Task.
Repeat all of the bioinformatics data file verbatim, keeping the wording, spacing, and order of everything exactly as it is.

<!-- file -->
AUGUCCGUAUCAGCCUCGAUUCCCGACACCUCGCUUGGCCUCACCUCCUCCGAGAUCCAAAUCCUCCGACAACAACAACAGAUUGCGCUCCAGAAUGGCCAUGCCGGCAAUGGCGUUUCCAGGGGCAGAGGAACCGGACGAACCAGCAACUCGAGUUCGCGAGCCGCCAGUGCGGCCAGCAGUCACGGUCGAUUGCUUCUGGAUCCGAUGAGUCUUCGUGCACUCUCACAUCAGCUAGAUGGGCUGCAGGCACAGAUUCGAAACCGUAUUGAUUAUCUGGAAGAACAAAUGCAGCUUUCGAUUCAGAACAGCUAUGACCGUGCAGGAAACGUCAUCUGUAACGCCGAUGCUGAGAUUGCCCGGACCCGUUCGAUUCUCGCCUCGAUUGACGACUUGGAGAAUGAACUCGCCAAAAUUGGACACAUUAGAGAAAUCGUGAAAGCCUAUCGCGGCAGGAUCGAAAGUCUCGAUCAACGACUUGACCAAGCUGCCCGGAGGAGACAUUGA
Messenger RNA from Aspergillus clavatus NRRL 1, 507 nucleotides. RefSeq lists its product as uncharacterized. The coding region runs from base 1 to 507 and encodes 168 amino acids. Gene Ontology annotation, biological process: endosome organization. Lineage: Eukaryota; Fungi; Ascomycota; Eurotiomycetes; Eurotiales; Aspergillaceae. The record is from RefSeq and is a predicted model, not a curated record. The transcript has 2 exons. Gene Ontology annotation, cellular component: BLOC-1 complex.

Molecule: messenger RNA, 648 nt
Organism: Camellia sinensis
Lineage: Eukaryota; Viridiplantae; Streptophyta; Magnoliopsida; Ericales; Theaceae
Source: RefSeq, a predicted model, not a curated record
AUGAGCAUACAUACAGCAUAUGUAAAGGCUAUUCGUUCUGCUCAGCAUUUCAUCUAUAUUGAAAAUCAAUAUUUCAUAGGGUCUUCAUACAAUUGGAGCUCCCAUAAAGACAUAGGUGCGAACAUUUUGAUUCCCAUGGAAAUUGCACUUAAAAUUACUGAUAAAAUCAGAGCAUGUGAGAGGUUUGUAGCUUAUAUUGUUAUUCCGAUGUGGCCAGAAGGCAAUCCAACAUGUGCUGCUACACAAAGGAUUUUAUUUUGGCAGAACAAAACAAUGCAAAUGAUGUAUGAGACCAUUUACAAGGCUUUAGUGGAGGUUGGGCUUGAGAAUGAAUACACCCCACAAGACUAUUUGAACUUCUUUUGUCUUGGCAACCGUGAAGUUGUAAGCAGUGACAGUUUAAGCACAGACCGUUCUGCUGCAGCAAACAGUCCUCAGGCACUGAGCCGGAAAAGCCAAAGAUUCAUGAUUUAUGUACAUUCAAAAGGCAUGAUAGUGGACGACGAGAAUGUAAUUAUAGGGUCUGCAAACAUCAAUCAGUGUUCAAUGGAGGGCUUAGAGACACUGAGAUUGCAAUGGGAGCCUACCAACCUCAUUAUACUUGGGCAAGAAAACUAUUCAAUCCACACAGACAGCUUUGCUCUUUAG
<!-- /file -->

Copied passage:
AUGUCCGUAUCAGCCUCGAUUCCCGACACCUCGCUUGGCCUCACCUCCUCCGAGAUCCAAAUCCUCCGACAACAACAACAGAUUGCGCUCCAGAAUGGCCAUGCCGGCAAUGGCGUUUCCAGGGGCAGAGGAACCGGACGAACCAGCAACUCGAGUUCGCGAGCCGCCAGUGCGGCCAGCAGUCACGGUCGAUUGCUUCUGGAUCCGAUGAGUCUUCGUGCACUCUCACAUCAGCUAGAUGGGCUGCAGGCACAGAUUCGAAACCGUAUUGAUUAUCUGGAAGAACAAAUGCAGCUUUCGAUUCAGAACAGCUAUGACCGUGCAGGAAACGUCAUCUGUAACGCCGAUGCUGAGAUUGCCCGGACCCGUUCGAUUCUCGCCUCGAUUGACGACUUGGAGAAUGAACUCGCCAAAAUUGGACACAUUAGAGAAAUCGUGAAAGCCUAUCGCGGCAGGAUCGAAAGUCUCGAUCAACGACUUGACCAAGCUGCCCGGAGGAGACAUUGA
Messenger RNA from Aspergillus clavatus NRRL 1, 507 nucleotides. RefSeq lists its product as uncharacterized. The coding region runs from base 1 to 507 and encodes 168 amino acids. Gene Ontology annotation, biological process: endosome organization. Lineage: Eukaryota; Fungi; Ascomycota; Eurotiomycetes; Eurotiales; Aspergillaceae. The record is from RefSeq and is a predicted model, not a curated record. The transcript has 2 exons. Gene Ontology annotation, cellular component: BLOC-1 complex.

Molecule: messenger RNA, 648 nt
Organism: Camellia sinensis
Lineage: Eukaryota; Viridiplantae; Streptophyta; Magnoliopsida; Ericales; Theaceae
Source: RefSeq, a predicted model, not a curated record
AUGAGCAUACAUACAGCAUAUGUAAAGGCUAUUCGUUCUGCUCAGCAUUUCAUCUAUAUUGAAAAUCAAUAUUUCAUAGGGUCUUCAUACAAUUGGAGCUCCCAUAAAGACAUAGGUGCGAACAUUUUGAUUCCCAUGGAAAUUGCACUUAAAAUUACUGAUAAAAUCAGAGCAUGUGAGAGGUUUGUAGCUUAUAUUGUUAUUCCGAUGUGGCCAGAAGGCAAUCCAACAUGUGCUGCUACACAAAGGAUUUUAUUUUGGCAGAACAAAACAAUGCAAAUGAUGUAUGAGACCAUUUACAAGGCUUUAGUGGAGGUUGGGCUUGAGAAUGAAUACACCCCACAAGACUAUUUGAACUUCUUUUGUCUUGGCAACCGUGAAGUUGUAAGCAGUGACAGUUUAAGCACAGACCGUUCUGCUGCAGCAAACAGUCCUCAGGCACUGAGCCGGAAAAGCCAAAGAUUCAUGAUUUAUGUACAUUCAAAAGGCAUGAUAGUGGACGACGAGAAUGUAAUUAUAGGGUCUGCAAACAUCAAUCAGUGUUCAAUGGAGGGCUUAGAGACACUGAGAUUGCAAUGGGAGCCUACCAACCUCAUUAUACUUGGGCAAGAAAACUAUUCAAUCCACACAGACAGCUUUGCUCUUUAG